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Epidemiological typing of methicillin-resistant Staphylococcus aureus (MRSA): spa typing versus pulsed-field gel electrophoresis
County Hospital Ryhov.
Swedish Institute Infect Disease Control.
Swedish Institute Infect Disease Control.
Central Hospital Vaxjö.
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2009 (English)In: SCANDINAVIAN JOURNAL OF INFECTIOUS DISEASES, ISSN 0036-5548, Vol. 41, no 6-7, 433-439 p.Article in journal (Refereed) Published
Abstract [en]

Molecular methods based on sequencing, such as spa typing, have facilitated epidemiological typing of bacterial isolates compared to the gold standard pulsed-field gel electrophoresis (PFGE), a technically more demanding method. We studied methicillin-resistant Staphylococcus aureus (MRSA) in 4 Swedish counties from 2003 through 2005, and compared spa typing and PFGE results to epidemiological data. Of 280 MRSA isolates, 91 were from sporadic cases and 189 were associated with 35 outbreaks. A total of 50 spa types and 74 PFGE patterns were detected. 60 (21%) of the MRSA isolates carried the Panton-Valentine leukocidin (PVL) genes. 12 of the PVL-positive MRSA were healthcare associated. 25 of the spa types and 31 of the PFGE patterns were associated with outbreaks. In 1 of the outbreaks we found isolates with different but closely related spa types, and in 6 of the outbreaks we observed isolates with different but related PFGE patterns. In this low-endemic setting, with outbreaks limited in time and place, we found spa typing to be a useful tool for epidemiological typing of MRSA, due to its rapidity, accessibility, ease of use, and standardized nomenclature.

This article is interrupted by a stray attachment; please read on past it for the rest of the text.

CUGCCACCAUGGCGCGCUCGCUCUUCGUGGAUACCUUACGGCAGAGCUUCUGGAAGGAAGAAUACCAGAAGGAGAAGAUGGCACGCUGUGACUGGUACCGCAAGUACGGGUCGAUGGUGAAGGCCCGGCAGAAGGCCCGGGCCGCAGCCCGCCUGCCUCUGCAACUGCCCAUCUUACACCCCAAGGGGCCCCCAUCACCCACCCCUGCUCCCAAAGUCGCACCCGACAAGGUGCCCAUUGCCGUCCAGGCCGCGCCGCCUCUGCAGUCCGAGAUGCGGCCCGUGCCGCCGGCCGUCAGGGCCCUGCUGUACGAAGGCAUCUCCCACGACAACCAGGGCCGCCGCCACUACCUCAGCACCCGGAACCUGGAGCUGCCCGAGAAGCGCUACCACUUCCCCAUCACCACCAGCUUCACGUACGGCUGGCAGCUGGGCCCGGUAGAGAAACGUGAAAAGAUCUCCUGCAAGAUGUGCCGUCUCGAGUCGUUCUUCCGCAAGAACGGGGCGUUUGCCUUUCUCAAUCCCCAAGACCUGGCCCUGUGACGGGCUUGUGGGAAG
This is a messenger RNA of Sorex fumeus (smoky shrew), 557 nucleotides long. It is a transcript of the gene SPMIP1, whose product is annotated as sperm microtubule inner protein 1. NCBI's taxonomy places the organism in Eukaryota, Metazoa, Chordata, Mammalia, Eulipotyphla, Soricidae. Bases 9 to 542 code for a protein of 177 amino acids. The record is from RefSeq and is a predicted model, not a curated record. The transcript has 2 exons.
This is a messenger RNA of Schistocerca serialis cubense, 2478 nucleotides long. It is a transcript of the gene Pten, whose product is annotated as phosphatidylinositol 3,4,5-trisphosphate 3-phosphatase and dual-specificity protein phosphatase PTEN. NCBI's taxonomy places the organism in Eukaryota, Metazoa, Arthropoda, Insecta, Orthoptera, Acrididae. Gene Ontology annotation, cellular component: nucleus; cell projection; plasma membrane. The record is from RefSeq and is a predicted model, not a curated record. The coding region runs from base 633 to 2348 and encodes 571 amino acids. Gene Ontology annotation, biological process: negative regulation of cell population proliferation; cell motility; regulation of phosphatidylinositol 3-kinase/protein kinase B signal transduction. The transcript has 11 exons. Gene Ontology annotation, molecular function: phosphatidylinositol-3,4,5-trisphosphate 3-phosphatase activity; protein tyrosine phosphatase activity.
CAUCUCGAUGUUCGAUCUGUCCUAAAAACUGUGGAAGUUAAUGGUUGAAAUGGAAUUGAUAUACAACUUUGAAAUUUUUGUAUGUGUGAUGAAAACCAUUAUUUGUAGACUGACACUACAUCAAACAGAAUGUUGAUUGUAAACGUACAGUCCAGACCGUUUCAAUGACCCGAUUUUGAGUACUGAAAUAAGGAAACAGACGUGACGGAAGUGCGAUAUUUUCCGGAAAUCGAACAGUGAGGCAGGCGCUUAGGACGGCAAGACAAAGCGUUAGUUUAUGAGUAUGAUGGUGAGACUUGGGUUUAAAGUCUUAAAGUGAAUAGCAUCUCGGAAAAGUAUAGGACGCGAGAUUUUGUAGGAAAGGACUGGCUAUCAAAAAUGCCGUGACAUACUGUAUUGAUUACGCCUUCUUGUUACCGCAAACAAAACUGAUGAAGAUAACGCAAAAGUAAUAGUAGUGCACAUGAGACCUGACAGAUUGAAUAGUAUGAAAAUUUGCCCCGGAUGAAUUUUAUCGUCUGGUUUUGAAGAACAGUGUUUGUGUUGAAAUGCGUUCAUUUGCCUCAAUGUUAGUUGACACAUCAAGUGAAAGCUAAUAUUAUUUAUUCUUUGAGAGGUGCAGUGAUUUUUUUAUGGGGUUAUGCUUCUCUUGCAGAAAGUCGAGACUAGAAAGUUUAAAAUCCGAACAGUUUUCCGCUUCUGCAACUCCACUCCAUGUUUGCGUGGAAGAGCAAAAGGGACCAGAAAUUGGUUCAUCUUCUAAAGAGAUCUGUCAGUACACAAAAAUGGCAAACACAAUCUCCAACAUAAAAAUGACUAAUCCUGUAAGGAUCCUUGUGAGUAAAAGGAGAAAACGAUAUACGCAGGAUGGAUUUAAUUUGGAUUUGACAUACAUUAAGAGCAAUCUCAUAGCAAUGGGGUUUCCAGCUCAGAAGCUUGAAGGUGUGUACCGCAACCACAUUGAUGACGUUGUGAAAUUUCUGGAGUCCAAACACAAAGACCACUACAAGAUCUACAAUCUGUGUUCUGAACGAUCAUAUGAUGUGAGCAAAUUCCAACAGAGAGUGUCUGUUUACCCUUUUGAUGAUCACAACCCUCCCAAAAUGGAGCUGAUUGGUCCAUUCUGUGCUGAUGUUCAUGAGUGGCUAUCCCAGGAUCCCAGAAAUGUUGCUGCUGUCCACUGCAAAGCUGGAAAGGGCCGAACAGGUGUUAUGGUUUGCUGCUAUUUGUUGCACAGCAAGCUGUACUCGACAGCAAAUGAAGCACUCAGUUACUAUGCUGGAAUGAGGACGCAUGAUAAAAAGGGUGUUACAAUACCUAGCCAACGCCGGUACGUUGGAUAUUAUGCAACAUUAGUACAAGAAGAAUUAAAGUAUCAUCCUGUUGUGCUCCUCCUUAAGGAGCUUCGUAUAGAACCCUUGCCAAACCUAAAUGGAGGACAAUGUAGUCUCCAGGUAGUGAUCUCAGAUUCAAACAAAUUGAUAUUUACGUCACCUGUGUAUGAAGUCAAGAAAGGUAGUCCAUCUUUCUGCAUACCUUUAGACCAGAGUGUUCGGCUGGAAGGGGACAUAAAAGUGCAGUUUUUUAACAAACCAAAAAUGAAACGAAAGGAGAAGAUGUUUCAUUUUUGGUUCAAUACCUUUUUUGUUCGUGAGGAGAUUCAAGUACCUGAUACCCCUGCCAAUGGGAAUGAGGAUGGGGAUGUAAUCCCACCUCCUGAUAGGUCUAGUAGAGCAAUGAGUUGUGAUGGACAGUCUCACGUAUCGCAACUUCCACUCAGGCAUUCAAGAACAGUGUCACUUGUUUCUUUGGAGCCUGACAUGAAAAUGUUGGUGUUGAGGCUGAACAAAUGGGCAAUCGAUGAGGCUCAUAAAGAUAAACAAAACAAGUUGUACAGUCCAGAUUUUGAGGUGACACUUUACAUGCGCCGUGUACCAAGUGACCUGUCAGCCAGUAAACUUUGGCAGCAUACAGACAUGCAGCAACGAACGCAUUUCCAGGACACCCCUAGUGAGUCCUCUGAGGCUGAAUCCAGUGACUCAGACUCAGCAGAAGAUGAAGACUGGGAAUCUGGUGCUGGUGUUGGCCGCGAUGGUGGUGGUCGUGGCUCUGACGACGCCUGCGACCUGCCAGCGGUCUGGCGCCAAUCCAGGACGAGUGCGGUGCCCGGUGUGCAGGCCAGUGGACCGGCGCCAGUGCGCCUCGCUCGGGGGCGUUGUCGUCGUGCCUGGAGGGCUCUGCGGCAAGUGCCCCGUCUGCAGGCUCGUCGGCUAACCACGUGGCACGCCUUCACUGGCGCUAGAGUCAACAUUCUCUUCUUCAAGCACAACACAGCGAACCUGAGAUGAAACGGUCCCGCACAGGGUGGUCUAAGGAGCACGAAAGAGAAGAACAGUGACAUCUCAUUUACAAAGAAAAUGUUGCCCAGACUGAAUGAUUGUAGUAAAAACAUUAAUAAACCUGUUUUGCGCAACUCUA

Place, publisher, year, edition, pages
2009. Vol. 41, no 6-7, 433-439 p.
National Category
Medical and Health Sciences
URN: urn:nbn:se:liu:diva-19886DOI: 10.1080/00365540902962749OAI: diva2:231616
Available from: 2009-08-14 Created: 2009-08-14 Last updated: 2015-04-01
In thesis
1. Infection control of Staphylococcus aureus: spa typing to elucidate transmission
Open this publication in new window or tab >>Infection control of Staphylococcus aureus: spa typing to elucidate transmission
2015 (English)Doctoral thesis, comprehensive summary (Other academic)
Abstract [en]

Staphylococcus aureus is a commensal of the human flora, primarily colonizing the anterior nares and throat, but it may also cause infections ranging from mild skin and soft tissue infections to severe diseases such as endocarditis and septicemia. S. aureus is also a major nosocomial problem increasing with the worldwide dissemination of methicillin-resistant S. aureus (MRSA). The main vector for bacterial cross-transmission in healthcare settings is the hands of healthcare workers (HCWs). No S. aureus was detected in the air in this thesis demonstrating that transmission through air is not important. Despite the fact that good compliance with hand hygiene is essential to prevent cross-transmission the compliance is generally less than 50 %. Gold standard to track bacterial transmission in healthcare settings has for long been pulsed-field gel electrophoresis (PFGE), a method that is labor- intensive, lacks consensus protocol and relies on semi-subjective analysis. Molecular typing by sequencing of the hypervariable part of the S. aureus protein A gene (spa typing) has overcome these problems and has shown promising results in epidemiological investigations.